Thursday, June 9, 2011

The Chinese menace and the national debt

Many of the arguments against cutting defense spending revolve around a hypothetical war with China. The argument goes something like this. China is eager to establish itself as a military powerhouse in the Pacific. If the U.S. blinks on defense spending, the Chinese will slowly catch up to us and take away our numerical and technological superiority. That will leave us poorly positioned to defend Taiwan, Japan, Korea or Australia. Without the deterrent of an overwhelming U.S naval power in the Pacific either China will become ascendant and aggressive or Japan will have to rebuild its navy and no one wants that. In short, we have to maintain our level of military spending to prevent a disastrous war with China.

Guess what.

We are already at war with China and we are losing. Badly.

I don’t think the Chinese have much interest in getting into a shooting war with America. Why do that when they are defeating America little by little each day? They have turned around and adapted the U.S. strategy under Reagan during the Cold War but we are too dense and too apathetic to even realize it. We cannot keep spending at our current levels but no one is willing to make the cuts we need and that absolutely includes serious cuts to defense spending. As it stands we are slowly losing our economic dominance and China is intentionally building its economic juggernaut while we push ourselves further into debt, threatening our long term economic stability and position as the leader of the free world.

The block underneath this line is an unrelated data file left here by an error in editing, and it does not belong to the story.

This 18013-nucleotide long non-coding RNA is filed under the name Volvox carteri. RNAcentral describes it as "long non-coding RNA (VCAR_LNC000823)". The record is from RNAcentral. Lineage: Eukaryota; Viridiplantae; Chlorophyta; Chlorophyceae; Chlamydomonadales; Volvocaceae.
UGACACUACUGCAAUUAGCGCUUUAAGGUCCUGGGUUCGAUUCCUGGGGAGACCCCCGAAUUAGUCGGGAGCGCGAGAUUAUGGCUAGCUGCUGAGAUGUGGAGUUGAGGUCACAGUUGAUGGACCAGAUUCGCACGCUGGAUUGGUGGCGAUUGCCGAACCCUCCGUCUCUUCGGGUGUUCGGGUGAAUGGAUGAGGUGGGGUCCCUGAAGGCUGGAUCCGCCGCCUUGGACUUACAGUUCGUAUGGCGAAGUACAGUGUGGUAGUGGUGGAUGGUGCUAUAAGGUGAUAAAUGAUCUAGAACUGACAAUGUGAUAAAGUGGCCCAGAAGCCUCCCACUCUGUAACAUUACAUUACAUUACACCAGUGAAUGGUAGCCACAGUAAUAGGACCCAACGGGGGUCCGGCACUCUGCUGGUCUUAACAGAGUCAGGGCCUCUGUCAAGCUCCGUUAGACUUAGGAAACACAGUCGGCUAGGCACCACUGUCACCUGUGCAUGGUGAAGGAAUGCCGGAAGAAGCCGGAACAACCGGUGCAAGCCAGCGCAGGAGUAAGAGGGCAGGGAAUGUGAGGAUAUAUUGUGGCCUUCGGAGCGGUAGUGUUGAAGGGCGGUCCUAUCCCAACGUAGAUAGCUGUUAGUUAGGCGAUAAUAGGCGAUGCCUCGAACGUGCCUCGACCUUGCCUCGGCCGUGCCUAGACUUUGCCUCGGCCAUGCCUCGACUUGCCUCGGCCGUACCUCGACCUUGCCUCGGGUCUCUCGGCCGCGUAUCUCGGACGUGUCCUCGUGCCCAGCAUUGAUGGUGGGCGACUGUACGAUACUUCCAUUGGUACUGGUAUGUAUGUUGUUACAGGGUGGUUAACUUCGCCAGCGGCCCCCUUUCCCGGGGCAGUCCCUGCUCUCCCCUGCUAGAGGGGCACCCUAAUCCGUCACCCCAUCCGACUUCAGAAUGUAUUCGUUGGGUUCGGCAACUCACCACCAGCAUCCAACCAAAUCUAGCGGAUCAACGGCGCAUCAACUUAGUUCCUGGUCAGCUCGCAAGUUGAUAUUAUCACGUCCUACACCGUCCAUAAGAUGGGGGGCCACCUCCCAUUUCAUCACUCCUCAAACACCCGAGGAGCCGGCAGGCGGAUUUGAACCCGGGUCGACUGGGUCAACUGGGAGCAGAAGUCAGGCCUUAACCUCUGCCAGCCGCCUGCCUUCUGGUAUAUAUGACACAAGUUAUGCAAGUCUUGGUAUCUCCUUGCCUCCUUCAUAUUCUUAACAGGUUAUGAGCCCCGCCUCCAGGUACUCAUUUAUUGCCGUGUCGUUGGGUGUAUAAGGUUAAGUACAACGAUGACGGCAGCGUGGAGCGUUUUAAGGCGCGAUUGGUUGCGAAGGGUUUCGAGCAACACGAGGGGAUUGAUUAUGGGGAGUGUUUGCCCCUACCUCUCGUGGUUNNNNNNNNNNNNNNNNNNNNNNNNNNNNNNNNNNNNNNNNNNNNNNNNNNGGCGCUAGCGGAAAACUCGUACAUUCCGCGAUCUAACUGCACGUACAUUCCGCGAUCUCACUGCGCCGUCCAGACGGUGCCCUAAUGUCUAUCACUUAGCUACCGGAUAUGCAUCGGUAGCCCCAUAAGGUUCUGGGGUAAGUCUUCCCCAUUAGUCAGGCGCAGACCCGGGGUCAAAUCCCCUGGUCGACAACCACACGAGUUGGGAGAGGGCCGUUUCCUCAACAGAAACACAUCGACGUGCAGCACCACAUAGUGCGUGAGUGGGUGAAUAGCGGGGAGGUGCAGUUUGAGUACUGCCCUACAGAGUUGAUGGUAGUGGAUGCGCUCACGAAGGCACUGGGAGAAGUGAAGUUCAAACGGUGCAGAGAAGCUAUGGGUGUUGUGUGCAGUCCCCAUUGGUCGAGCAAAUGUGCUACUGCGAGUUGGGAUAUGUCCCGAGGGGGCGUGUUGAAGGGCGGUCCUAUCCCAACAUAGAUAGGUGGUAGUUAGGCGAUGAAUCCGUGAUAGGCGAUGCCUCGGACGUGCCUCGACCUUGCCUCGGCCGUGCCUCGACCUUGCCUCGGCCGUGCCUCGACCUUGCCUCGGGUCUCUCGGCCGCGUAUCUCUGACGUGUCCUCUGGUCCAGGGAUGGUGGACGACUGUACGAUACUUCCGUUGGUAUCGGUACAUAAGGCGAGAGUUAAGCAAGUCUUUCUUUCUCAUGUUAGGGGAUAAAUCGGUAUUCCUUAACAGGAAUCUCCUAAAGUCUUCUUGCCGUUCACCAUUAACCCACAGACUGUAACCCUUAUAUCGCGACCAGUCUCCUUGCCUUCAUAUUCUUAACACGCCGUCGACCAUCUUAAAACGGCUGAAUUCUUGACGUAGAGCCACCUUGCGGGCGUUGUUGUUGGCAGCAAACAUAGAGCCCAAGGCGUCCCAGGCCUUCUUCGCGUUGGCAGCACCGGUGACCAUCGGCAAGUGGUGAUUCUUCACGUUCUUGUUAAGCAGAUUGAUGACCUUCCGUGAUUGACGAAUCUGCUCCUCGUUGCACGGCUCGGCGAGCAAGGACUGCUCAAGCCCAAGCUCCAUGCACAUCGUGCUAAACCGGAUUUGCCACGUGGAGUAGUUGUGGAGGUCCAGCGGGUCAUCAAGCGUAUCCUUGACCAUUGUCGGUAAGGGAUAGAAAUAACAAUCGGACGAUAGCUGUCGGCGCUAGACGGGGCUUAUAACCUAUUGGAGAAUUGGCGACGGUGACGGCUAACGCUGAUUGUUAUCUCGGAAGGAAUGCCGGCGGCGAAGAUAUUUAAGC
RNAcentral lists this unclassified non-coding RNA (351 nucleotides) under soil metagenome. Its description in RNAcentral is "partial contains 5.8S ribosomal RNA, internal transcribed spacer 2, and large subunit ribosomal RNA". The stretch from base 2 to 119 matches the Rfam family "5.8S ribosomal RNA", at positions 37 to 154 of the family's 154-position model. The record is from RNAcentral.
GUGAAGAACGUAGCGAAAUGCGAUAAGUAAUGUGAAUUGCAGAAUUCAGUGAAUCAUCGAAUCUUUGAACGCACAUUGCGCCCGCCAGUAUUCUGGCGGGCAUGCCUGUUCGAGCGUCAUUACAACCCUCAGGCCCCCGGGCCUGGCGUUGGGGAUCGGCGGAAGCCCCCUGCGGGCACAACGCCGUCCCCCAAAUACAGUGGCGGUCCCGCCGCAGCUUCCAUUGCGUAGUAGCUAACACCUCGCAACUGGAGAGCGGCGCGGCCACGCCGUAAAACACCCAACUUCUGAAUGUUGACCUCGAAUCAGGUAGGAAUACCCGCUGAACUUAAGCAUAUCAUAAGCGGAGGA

We simply cannot afford to spend upwards of a trillion dollars each and every year on defense, especially since what we are buying is not “defense” but “offense” in many cases. The news has long been full of stories out of Iraq and Afghanistan but we are seeing new stories as President Obama inexplicably extends our military even further into Libya and airstrikes on Yemen. How long until we get involved militarily in Syria where conditions are at least as bad as they were in Libya?

The US military of the future needs to be a lot of things: nimbler, more adaptable, more technologically driven, more focused. It also needs to be smaller and cheaper. We need to have serious conversations about how to make that happen in the context of drastic spending cuts now, not twenty years from now when it is too late.
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